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Ontario, Canada
I am a wife, mother and grandma who enjoys the many aspects of homemaking. A variety of interests and hobbies combined with travel keep me active. They reflect the importance of family, friends, home and good food.
Cook ingredients that you are used to cooking by other techniques, such as fish, chicken, or hamburgers. In other words be comfortable with the ingredients you are using.
--Bobby Flay

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Friday, May 22, 2009

Bulk Meat Purchases

I have mentioned several times on this blog that we buy beef and pork on the hoof. This means we buy the cow or pig usually when young from one of the farmer's we know. When the cow or pig is mature enough for slaughtering the farmer transports it to an abattoir. There are several advantages to buying meat this way. One of the biggest ones is a cost savings. Last year we paid a total of $2.49/lb; this year we paid total of $2.35/lb. Meat prices always fluctuate but what this means is instead of paying $4.99/lb or more for certain cuts of beef we paid $2.35. but cutting and packaging was 15¢ per pound cheaper so that was the real difference. I've noticed that lean ground beef is now going for about $2/lb so our ground beef is just a little higher but overall buying beef this way is considerably cheaper than even buying beef on sale in the grocery store. The second biggest advantage is knowing exactly where the beef/pork comes from and the farmer's animal husbandry practices. In short we know the farmer so we are assured of getting meat raised humanely that is hormone free! At the same time we are supporting our community by buying locally.

The Beef

Pictured is the quarter of beef we took down to the kids. We split the cow into quarters between 4 of us but this time instead of splitting into front and back we split into sides from front to back. Then we divided the halves so each person received a bit of the front quarter and a bit of the back quarter. Last year we ended up with 205 lb but this year the cow was a bit smaller so only got 175 lb each.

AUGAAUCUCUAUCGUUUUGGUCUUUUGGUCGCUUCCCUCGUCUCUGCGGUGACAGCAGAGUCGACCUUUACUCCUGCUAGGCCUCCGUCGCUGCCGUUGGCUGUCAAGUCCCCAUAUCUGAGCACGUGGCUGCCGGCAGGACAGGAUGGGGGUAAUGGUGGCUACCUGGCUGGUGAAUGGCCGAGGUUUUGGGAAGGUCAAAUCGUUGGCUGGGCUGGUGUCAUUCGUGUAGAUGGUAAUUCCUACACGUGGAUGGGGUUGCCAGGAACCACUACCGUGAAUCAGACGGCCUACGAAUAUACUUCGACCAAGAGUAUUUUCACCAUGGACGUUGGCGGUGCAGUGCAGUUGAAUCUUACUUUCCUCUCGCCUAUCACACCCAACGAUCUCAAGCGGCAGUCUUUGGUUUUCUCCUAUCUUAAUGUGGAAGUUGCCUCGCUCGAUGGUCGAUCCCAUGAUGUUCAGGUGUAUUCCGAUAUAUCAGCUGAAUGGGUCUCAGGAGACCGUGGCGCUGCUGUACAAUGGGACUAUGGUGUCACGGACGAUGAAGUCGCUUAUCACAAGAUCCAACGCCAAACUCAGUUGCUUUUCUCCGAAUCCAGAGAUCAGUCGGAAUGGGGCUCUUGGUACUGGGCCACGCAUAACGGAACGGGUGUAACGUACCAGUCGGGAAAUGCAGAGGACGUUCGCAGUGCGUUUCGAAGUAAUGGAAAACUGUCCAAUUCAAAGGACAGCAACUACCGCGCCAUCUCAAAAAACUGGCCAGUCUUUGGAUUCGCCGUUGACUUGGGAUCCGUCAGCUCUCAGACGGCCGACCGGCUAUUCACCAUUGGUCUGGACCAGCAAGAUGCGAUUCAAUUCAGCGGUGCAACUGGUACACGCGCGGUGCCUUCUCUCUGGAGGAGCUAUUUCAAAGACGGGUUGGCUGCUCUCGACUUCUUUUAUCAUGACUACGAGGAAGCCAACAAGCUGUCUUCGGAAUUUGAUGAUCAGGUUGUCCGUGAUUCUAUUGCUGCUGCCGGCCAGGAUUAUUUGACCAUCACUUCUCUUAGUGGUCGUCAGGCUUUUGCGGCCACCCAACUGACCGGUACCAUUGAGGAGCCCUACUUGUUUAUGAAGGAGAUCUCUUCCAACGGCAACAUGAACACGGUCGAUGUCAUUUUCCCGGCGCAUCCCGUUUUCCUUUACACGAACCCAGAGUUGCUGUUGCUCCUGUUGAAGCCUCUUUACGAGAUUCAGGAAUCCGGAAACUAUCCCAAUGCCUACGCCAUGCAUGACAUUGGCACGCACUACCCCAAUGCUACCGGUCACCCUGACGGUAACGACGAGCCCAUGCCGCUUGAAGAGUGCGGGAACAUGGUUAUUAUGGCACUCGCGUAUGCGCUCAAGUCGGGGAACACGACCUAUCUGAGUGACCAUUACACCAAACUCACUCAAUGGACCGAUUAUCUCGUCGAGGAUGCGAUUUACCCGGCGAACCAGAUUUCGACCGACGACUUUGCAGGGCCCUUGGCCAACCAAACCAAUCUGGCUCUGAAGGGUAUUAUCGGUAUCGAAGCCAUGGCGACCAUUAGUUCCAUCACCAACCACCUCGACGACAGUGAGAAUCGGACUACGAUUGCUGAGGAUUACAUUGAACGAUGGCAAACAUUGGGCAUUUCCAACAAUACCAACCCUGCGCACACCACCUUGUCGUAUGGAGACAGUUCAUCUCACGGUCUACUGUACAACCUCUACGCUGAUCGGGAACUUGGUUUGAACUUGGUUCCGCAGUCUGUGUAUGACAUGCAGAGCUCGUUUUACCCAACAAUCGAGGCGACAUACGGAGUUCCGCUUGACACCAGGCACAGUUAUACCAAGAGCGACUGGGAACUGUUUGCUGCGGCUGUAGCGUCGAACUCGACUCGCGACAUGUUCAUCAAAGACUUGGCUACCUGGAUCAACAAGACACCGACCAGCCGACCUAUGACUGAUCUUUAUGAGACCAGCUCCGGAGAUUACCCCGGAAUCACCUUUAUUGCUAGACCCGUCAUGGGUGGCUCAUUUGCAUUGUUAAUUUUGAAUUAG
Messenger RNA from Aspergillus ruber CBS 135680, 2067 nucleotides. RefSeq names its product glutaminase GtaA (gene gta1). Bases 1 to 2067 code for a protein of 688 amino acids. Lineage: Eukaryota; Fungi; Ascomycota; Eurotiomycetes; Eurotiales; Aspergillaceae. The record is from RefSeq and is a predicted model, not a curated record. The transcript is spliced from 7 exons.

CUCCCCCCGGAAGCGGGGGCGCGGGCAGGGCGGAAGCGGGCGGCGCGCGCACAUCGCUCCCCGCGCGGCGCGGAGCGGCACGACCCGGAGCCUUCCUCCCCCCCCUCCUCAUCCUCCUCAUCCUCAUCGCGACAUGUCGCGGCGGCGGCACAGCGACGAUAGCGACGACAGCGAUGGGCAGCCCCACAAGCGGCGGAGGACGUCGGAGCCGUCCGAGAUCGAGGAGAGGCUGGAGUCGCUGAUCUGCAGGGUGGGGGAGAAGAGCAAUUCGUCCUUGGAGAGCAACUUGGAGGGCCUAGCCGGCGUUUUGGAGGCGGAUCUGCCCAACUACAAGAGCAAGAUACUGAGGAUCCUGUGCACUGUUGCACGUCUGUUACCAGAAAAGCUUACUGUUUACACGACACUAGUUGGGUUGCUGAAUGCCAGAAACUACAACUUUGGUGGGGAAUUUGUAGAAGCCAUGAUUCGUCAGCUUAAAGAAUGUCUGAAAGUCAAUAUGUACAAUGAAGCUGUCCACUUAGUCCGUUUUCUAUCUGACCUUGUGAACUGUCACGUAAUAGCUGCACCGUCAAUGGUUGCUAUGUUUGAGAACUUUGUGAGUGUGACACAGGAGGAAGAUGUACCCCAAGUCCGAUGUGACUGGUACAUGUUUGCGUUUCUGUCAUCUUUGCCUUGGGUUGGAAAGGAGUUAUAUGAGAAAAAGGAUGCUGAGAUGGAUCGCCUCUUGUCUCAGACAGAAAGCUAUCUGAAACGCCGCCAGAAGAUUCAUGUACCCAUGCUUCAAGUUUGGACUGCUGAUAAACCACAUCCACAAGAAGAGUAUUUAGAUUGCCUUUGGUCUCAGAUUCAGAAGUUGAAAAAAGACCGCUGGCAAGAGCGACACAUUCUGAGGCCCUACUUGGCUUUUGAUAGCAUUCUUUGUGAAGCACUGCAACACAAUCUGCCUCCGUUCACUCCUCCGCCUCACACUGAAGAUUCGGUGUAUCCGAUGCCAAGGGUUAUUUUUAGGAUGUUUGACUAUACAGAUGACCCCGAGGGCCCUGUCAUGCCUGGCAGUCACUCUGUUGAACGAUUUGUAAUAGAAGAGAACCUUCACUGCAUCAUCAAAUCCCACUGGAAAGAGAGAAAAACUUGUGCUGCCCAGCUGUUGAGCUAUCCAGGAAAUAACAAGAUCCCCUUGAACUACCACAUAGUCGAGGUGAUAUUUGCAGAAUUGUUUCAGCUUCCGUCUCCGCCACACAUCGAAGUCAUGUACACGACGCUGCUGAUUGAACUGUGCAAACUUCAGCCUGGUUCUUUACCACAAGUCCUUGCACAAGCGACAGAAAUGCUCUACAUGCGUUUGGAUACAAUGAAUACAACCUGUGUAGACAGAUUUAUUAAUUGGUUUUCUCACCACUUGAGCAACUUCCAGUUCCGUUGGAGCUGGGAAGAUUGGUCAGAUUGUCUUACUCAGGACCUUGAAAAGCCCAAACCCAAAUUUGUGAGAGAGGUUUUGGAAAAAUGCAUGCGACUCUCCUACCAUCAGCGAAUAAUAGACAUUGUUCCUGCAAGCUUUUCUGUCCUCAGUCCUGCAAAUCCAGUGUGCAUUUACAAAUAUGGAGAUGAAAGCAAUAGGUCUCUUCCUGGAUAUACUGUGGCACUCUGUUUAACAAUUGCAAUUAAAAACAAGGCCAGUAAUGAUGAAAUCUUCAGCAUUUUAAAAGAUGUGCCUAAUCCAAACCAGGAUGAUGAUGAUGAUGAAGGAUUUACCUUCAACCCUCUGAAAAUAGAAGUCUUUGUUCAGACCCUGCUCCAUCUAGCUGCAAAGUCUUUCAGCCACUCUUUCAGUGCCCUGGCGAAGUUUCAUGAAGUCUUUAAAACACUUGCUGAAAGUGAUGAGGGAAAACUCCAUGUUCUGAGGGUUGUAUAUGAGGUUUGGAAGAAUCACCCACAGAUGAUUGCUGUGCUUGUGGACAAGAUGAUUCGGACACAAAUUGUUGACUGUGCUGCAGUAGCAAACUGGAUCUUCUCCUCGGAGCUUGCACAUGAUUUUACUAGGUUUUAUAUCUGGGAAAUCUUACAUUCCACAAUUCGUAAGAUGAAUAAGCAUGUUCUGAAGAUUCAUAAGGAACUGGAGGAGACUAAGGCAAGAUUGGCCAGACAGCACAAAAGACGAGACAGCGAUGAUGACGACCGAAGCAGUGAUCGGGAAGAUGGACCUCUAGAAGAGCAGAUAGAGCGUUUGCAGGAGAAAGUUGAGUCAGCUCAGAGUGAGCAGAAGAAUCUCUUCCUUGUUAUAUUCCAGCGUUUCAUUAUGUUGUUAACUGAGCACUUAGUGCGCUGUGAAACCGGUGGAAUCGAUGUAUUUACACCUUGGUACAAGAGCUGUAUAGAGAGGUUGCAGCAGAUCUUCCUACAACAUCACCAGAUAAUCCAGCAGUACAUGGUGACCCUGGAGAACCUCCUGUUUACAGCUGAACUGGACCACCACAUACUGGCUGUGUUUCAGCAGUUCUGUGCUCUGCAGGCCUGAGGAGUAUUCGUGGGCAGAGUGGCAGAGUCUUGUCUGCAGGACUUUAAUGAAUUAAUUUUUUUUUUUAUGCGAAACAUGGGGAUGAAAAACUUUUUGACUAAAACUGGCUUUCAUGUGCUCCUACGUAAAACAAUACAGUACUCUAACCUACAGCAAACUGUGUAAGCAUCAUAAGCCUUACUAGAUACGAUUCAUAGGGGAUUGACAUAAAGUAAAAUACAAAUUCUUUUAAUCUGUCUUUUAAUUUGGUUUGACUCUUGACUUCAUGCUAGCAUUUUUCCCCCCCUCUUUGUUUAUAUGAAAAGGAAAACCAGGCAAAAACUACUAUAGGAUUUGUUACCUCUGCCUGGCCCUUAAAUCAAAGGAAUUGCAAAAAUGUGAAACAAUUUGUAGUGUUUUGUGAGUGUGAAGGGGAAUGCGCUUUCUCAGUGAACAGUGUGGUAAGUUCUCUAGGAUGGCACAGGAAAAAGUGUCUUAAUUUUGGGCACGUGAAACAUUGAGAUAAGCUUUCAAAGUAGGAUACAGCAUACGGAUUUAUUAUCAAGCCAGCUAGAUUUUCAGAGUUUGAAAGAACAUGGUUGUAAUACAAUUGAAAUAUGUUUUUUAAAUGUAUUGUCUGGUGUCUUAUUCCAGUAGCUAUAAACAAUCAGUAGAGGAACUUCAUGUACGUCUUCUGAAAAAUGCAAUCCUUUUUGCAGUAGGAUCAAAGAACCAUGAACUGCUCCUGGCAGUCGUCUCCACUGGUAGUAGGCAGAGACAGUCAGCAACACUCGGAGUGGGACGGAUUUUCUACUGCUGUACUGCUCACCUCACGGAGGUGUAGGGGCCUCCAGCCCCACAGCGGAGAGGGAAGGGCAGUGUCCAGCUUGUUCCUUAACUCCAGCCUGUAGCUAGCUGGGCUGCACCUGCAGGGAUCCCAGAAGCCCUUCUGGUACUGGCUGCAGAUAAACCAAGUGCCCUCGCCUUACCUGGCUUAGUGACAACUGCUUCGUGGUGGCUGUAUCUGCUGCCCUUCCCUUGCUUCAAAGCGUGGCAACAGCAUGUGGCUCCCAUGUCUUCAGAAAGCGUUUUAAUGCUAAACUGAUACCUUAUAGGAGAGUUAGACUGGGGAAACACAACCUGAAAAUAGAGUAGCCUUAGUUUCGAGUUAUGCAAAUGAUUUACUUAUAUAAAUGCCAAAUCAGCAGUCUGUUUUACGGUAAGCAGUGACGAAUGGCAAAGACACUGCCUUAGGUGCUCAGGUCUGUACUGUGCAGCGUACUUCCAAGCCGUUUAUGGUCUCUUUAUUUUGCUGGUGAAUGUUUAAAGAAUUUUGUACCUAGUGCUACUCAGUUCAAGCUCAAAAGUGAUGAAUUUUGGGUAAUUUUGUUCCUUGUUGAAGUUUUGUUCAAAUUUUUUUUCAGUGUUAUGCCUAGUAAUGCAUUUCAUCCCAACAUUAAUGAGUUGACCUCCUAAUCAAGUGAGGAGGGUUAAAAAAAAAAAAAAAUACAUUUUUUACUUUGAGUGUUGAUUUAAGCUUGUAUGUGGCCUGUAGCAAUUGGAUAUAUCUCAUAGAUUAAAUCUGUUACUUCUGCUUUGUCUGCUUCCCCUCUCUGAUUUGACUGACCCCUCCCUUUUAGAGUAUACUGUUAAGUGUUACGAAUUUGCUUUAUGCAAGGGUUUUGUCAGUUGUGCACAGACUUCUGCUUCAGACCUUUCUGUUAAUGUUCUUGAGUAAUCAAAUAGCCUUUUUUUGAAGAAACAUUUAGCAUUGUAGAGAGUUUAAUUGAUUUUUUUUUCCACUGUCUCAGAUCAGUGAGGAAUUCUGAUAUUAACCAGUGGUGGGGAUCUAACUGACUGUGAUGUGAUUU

We have always dealt with the same abattoir with the exception of the last bulk beef purchase. Our relationship with them goes back to just after we were newlyweds. They know exactly how we want the meat cut and packaged. This just takes a lot headaches away from buying meat in bulk. What this kind of buying falls under is good will and trust.

The Abattoir

It is very important to both know and trust your abattoir and butcher shop! I love going to both because there is always great deals on fresh meats! An abattoir differs from a butcher shop in that they slaughter and dress the meat. However, most abattoirs also sell meat packages or meat per pound much like a butcher shop. Most abattoirs have at least one refrigerated counter where you can buy what you want (lower left). Larger abattoirs and that is rather an oxymoron because abattoirs tend to be small scale operations tend to have a bank or two of freezer cabinets (upper left). Here you can pick and choose what you want.

Abattoirs are the perfect source for meat per pound and cured meats (far right). Meats are cured on site so you are assured of fresh sausages and hams. The price per pound is generally cheaper than a butcher shop or the grocery store. While they do have pre-cut meats they will also custom cut meats for you much like a butcher shop.

Pork Chops

We normally buy a whole pig but with little room left in the freezer decided to wait until later in the season. Our kids asked us to pick up a bit of pork for them when we picked up their portion of the beef. Just take a look at these pork chops! The cost was $2.50/lb so just pricing in at $52 but look at how low fat they are. Any extra fat has been trimmed away resulting in a nice lean pork chop. They are cut to 1-inch thick but there is a reason for this. First one chop will feed two people and second the chop stays nice and moist when cooking because of the thickness. Second, these chops can be cured much the same as pea meal bacon. Once cured you can barbeque the chops for a culinary delight!


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